Tuesday, June 7, 2011

Jean-Marie Le Pen, Feminist

Selon sa fille:

Marine Le Pen, présidente du Front National... by rtl-fr

Scharpf on the EU Crisis of Legitimacy

Henry Farrell calls attention to an interesting paper by Fritz Scharpf that offers a history of the Eurozone crisis and an analysis of the ways in which the resulting political conflicts may undermine the legitimacy of governments.

On the subject of legitimacy, I refer to an op-ed I wrote for the Harvard Crimson, in which I touch at the end on the prospect of a crisis of legitimacy in France. I'm no doubt hyping the issue a bit, but I do see a prospect for a contagious series of crises if a calamity befalls one of the PIGS, as Scharpf agrees might happen.

Parliamentary Finger-Pointing

French parliamentary civility rises to American levels:

La doigt d'honneur d'Emmanuelli à Fillon? by LePostfr

Bickerton Reacts to Trichet's Speech


What Trichet presents is a blueprint for a Europe run by administrators and government executives, purged of any possibilities for political contestation by national publics. He makes the analogy with Edmund Husserl, the German philosopher who argued in 1935 that Europe was faced with two choices: barbarism and hate, symbolized by the Nazi regime; or a philosophical spirit. But the situation we face today is hardly that of the mid-1930s. Even then, Husserl was wrong to give democracy up to a choice between enlightened despotism and fascism.

Ah, Le Monde!

Certain of my friends don't take Le Monde seriously. "Le Monde? It's so parochial that I am reminded of a daily paper in Omaha, Nebraska," says one distinguished colleague. But I retain my affection for the French newspaper of record. I am especially fond of its chaste explanations of the American enigma to its Gallic clientele:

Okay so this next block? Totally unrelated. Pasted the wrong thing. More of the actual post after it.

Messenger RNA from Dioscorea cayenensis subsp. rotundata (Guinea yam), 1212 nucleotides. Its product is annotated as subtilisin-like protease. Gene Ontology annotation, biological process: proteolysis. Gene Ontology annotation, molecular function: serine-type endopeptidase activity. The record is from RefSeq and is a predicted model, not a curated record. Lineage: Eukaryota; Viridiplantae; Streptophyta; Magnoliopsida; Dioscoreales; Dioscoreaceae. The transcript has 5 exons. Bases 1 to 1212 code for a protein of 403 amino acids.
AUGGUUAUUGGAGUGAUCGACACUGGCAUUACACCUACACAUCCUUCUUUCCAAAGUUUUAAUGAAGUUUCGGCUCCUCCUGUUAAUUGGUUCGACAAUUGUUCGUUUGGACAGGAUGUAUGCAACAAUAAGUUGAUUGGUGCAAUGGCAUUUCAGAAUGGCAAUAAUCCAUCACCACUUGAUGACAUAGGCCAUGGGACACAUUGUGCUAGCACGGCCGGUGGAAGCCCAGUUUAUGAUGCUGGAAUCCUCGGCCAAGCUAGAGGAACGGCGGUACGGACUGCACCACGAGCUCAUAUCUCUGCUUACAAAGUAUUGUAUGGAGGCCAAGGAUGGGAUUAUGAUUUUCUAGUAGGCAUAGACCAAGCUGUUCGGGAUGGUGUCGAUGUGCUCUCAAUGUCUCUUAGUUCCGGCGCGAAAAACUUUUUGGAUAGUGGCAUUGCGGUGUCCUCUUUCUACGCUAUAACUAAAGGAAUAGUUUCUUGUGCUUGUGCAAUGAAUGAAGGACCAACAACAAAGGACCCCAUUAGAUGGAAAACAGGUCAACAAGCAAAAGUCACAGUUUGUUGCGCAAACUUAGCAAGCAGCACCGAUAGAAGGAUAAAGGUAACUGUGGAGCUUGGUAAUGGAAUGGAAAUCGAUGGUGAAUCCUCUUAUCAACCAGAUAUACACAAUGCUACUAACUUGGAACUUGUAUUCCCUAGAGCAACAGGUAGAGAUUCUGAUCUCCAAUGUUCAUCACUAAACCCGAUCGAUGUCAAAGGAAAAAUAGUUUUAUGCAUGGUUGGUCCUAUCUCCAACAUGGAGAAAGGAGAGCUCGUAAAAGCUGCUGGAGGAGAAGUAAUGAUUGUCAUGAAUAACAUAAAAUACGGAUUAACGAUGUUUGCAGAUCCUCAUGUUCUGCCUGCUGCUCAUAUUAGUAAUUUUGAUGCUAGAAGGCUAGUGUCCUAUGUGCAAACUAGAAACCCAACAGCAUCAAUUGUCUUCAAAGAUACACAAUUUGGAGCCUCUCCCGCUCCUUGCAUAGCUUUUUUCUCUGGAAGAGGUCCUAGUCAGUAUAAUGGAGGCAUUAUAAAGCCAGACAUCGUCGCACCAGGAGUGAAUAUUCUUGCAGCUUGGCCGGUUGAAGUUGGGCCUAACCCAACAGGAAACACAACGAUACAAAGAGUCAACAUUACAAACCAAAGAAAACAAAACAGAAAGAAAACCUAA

Anthony Weiner - son nom se prononce en anglais de la même façon que les saucisses utilisées dans les hot-dogs, et il est utilisé en argot comme un synonyme de pénis - est la cible de nombreuses plaisanteries dans les médias américains depuis la révélation de l'affaire.
What could be more delicious than that? Perhaps the demonstration for the broadcast media of a surefire way to avoid the CSA's recent edict (NYT paywall) against pronouncing the names of Facebook and Twitter on the air: bury the references in a direct quote:

L'élu a précisé qu'il avait eu "plusieurs conversations pas convenables sur Twitter, Facebook, par courriel et occasionnellement au téléphone avec des femmes rencontrées en ligne".

A New World Order?

French women ponder their options (NYT paywall) in the wake of the DSK affair, while no one will ever dare call America "puritan" again now that we are obliged to stare at Rep. Weiner's bulging BVDs and bare chest 24/7. I've had enough sex for awhile, so I'm going to assume the role of stern editor. In the Times we read:

President Nicolas Sarkozy, who has been known for his own roving eye, kept his glance on the politics of the matter, with a presidential election next year. He fired Mr. Tron within two days.

I can see how the excitement of pairing the roving eye with the fixed gaze overwhelmed the writer's good sense, but "kept his glance on the politics" will not do. A "glance" cannot be "kept." He kept his "gaze" on the politics. Un coup d'oeil n'est pas un regard.

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(h/t TexExile)